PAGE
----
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Dasgupta, P.

Birth and Death


Abstract: It has long been known that in finite economies Classical Utilitarianism commends policies that encourage large populations. It has been known also that the stronger is the aversion to risk and inequality in the standard of living, the lower is the optimum living standard, and that the latter tends in the limit to Sidgwick's "hedonistic zero". A version of that extreme feature of the theory was subsequently named the Repugnant Conclusion (RC). Most escape routes from RC have invoked the language of "gains" and "losses", which are familiar notions in social cost-benefit analysis. Those notions have been found to lead to paradoxes involving the Non-Identity Problem. In this paper I start with Sidgwick's theory in its pristine form - the criterion for evaluating states of affairs is the sum of personal utilities - but recast it in a contemporary language: the ground of binding reason is taken to be "well-being", not "happiness", nor "agreeable consciousness". Sidgwick erred in his interpretation of the hedonistic zero, which may explain why the seeming pro-natalism inherent in his theory has been found to be repugnant by philosophers. Problems with Sidgwick's Utilitarianism lie elsewhere. An example is presented which invites an additional but relatively mild notion of person-hood into any theory that says that personal well-beings should be the sole basis for ranking states of affairs. A weak version of Agent-Relative theories is drawn from the example, which in the context of population ethics may be called Generation-Relative Utilitarianism. It has however been suggested that the theory is incoherent because it does not yield a binary relation between states of affairs. I show that the incoherence would arise only if states of affair were to be evaluated from nowhere, and that it is an essential feature of Generation-Relative Utilitarianism that the state of affairs from which other states of affairs are viewed, matters. The theory is then put to work in a model economy facing an indefinite future and a finite flow of resources. Empirical studies of Earth's life support system are then used to justify the choice of the model. I make use of contemporary global statistics to get a feel for the theory's implications for both population size and the standard of living. Population size is found to be smaller and the living standard higher than they would be under Sidgwick's Utilitarianism. Population ethics is then used to understand the nature of loss that would be suffered in the face of human extinction. Generation-Relative Utilitarianism is shown to arrive at the view that each generation is a trustee of the capital it inherits from its predecessor.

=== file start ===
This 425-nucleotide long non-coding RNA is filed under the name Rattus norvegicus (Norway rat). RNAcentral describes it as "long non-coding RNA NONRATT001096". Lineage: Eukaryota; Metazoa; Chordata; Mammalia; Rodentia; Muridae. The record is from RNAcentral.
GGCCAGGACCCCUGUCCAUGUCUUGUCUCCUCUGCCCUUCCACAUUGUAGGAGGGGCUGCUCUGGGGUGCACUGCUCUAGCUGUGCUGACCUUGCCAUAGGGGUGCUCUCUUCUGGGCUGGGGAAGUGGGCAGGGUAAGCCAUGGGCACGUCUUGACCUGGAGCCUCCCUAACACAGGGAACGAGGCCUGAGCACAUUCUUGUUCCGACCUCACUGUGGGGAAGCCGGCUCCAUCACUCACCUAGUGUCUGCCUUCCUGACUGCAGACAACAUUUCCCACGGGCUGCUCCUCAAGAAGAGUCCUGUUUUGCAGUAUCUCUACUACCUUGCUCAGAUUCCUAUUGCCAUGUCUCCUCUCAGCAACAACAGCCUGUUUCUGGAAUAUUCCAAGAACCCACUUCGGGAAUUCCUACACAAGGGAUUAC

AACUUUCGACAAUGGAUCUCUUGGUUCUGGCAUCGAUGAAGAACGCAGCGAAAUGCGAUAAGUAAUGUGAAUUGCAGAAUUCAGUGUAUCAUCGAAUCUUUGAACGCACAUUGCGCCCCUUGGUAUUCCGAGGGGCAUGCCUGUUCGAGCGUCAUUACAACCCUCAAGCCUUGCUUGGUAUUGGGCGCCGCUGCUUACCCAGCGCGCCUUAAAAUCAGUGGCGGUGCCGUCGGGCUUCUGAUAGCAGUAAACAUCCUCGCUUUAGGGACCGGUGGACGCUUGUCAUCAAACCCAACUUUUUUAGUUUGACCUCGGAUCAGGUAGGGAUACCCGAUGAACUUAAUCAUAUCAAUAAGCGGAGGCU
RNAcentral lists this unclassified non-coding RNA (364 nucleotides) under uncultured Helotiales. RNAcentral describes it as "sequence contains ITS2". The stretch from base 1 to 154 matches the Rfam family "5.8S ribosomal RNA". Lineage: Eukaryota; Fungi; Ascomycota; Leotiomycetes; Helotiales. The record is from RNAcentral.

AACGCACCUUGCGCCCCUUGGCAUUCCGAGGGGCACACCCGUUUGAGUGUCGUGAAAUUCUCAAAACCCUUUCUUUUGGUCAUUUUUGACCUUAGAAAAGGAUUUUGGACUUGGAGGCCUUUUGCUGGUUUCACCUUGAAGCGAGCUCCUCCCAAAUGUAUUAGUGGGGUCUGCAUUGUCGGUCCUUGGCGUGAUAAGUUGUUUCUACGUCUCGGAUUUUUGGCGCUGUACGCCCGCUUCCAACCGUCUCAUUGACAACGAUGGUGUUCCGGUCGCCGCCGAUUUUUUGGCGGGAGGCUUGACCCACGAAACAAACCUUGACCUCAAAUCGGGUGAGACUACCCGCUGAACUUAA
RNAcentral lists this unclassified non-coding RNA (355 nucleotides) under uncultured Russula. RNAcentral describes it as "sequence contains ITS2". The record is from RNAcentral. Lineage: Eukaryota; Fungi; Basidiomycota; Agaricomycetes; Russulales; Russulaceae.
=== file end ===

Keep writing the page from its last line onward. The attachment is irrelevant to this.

Author links: Partha Dasgupta  


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